‘These are The Days of The Unexpected’

IMG_1906Just as I was about to start on Albert’s letters, Great-Grandfather makes another appearance! I found this letter from 1940 as I was collating Albert’s. Looking at the letter propped up against my computer, it seems to come from a different age. I suppose it does, for what did my Great-Grandfather, born in 1858, know of the trappings of my modern-day, connected world? I wonder what would he make of it all.

Great-Grandfather writes, as he did in October 1939, to wish Grandfather a happy 51st birthday. How different their lives are now, compared to the year before; Grandfather has been evacuated to Dorset with his school and bombs are falling on the Isle of Wight:

27 October 1940

Dear John – just a few lines to wish you all the Best for your 51st Birthday. How Time Flies &co. I suppose that you will not spend this B’day at Home as you were Home last Sunday. Well last Sunday JIM and Olive were here. What a lot of unexpected things have happened this last Month &co – all for the good we hope. These are the days of the unexpected for just about half an hour ago, we – Mah, Elsie, Daisy and Norah were in the kitchen busy talking &co when all at once THE LAMP jumped – THE WINDOWS rattled and the house SHOOK &co and 5 Bombs dropped, seemed Quite Close. Caused quite a consternation but have no idea where they dropped possibly WINFORD WAY? Shall possibly hear about it Tommorow? So must leave it at that!!! But we must be thankful that we do not live in London – or any large TOWN &co. Well let us hope that by your next B’DAY THE HITLER GANG will have THEIR TEETH severely DRAWN &co. Well GoodBye Cheerio “OUR CHINS are Still up” DAD.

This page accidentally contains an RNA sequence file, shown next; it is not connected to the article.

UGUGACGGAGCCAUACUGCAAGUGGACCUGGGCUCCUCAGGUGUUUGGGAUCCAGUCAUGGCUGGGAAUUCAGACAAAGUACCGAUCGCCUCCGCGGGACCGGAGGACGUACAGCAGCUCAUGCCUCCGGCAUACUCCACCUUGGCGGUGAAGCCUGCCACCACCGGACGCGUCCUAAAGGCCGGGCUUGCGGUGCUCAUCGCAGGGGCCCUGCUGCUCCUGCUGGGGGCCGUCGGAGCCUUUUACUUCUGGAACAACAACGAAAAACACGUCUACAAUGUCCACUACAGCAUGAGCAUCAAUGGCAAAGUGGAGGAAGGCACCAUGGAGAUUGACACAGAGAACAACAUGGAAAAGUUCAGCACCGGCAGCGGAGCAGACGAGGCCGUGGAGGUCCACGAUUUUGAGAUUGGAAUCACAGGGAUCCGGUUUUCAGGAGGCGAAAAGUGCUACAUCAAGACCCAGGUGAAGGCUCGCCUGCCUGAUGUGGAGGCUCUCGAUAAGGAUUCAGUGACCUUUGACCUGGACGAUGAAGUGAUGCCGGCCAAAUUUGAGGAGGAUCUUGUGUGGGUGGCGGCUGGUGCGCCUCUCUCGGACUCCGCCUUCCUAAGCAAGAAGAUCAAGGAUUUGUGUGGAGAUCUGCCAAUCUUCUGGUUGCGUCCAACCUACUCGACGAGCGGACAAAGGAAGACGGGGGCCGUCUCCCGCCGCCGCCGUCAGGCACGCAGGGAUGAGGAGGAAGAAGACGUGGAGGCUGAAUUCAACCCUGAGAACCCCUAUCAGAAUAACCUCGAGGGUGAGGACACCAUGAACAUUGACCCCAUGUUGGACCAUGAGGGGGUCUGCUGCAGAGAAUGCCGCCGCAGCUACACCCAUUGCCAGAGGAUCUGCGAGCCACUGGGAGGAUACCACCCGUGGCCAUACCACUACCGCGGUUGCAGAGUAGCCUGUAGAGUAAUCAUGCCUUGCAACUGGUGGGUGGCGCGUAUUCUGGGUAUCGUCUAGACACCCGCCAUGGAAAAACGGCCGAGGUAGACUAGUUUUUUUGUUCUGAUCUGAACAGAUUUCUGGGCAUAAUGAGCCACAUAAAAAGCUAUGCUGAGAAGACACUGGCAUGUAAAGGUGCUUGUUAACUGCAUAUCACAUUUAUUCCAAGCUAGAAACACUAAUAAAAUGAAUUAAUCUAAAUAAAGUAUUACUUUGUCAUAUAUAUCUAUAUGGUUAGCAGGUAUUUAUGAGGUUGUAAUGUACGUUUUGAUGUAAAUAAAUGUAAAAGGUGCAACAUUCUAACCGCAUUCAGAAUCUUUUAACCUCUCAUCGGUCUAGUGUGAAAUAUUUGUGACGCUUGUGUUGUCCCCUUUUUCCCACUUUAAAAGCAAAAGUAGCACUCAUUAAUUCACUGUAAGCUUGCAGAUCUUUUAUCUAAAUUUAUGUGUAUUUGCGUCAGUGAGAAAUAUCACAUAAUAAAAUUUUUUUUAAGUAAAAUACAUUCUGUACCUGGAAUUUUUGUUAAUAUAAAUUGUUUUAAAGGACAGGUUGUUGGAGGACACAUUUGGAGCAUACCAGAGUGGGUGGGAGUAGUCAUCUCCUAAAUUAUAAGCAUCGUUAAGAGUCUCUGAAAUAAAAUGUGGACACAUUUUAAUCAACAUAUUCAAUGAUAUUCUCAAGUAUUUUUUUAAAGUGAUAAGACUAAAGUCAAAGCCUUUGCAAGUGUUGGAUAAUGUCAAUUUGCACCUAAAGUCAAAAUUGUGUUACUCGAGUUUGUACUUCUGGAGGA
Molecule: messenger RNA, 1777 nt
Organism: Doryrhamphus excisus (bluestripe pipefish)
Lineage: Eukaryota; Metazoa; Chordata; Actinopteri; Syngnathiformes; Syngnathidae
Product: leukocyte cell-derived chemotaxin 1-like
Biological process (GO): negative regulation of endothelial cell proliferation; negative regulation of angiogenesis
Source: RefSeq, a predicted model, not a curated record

Wouldn’t the world have been very different, if Great-Grandfather’s hope had been realised and ‘The Hitler Gang’ were defeated within the year? Great-Grandfather seemed unaware that Southampton had already been attacked by Nazi bombers; 23 September 1940 is widely reported to have been the first night of The Blitz. Perhaps information was kept to a minimum. Southampton was very heavily bombed because it was a major port and the Spitfire factory was located at Woolston. A good account of Southampton’s Blitz can be found here The Blitz. As a naval base, Portsmouth was also targeted and often bombs were discharged on the Isle of Wight as  planes returned to Germany.

Periodically I ask myself, when sifting through my box of letters, why a particular letter was saved from the vast correspondence Grandfather received in his lifetime. In the case of this little letter the reason is clear, Great-Grandfather died in 1941. This was the last time he sent birthday wishes to his son.

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